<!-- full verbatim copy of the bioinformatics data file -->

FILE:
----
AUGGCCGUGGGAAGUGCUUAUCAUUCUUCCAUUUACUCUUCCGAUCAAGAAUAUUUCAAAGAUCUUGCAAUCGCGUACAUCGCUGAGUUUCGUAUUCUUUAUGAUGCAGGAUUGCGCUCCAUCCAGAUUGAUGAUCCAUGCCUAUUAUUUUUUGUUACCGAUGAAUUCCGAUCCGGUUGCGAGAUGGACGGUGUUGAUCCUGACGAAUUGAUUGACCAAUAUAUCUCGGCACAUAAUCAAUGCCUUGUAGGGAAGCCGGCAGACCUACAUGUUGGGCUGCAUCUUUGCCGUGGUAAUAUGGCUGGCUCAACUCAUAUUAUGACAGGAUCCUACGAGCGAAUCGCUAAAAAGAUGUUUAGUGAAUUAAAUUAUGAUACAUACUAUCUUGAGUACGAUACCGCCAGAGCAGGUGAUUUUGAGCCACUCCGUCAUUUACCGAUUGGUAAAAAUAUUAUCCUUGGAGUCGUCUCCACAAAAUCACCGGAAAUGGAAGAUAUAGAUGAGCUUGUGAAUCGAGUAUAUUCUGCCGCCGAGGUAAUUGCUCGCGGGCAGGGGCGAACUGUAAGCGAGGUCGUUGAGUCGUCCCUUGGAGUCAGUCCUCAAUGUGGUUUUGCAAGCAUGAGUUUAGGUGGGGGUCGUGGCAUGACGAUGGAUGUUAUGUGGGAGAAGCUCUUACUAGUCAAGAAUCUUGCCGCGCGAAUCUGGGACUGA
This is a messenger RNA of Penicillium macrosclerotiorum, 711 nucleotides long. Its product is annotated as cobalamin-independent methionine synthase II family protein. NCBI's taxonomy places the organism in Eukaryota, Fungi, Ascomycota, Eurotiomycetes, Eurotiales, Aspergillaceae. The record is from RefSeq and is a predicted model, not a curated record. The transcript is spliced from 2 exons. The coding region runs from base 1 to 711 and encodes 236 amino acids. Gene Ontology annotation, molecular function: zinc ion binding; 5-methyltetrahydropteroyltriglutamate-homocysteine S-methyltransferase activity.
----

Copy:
AUGGCCGUGGGAAGUGCUUAUCAUUCUUCCAUUUACUCUUCCGAUCAAGAAUAUUUCAAAGAUCUUGCAAUCGCGUACAUCGCUGAGUUUCGUAUUCUUUAUGAUGCAGGAUUGCGCUCCAUCCAGAUUGAUGAUCCAUGCCUAUUAUUUUUUGUUACCGAUGAAUUCCGAUCCGGUUGCGAGAUGGACGGUGUUGAUCCUGACGAAUUGAUUGACCAAUAUAUCUCGGCACAUAAUCAAUGCCUUGUAGGGAAGCCGGCAGACCUACAUGUUGGGCUGCAUCUUUGCCGUGGUAAUAUGGCUGGCUCAACUCAUAUUAUGACAGGAUCCUACGAGCGAAUCGCUAAAAAGAUGUUUAGUGAAUUAAAUUAUGAUACAUACUAUCUUGAGUACGAUACCGCCAGAGCAGGUGAUUUUGAGCCACUCCGUCAUUUACCGAUUGGUAAAAAUAUUAUCCUUGGAGUCGUCUCCACAAAAUCACCGGAAAUGGAAGAUAUAGAUGAGCUUGUGAAUCGAGUAUAUUCUGCCGCCGAGGUAAUUGCUCGCGGGCAGGGGCGAACUGUAAGCGAGGUCGUUGAGUCGUCCCUUGGAGUCAGUCCUCAAUGUGGUUUUGCAAGCAUGAGUUUAGGUGGGGGUCGUGGCAUGACGAUGGAUGUUAUGUGGGAGAAGCUCUUACUAGUCAAGAAUCUUGCCGCGCGAAUCUGGGACUGA
This is a messenger RNA of Penicillium macrosclerotiorum, 711 nucleotides long. Its product is annotated as cobalamin-independent methionine synthase II family protein. NCBI's taxonomy places the organism in Eukaryota, Fungi, Ascomycota, Eurotiomycetes, Eurotiales, Aspergillaceae. The record is from RefSeq and is a predicted model, not a curated record. The transcript is spliced from 2 exons. The coding region runs from base 1 to 711 and encodes 236 amino acids. Gene Ontology annotation, molecular function: zinc ion binding; 5-methyltetrahydropteroyltriglutamate-homocysteine S-methyltransferase activity.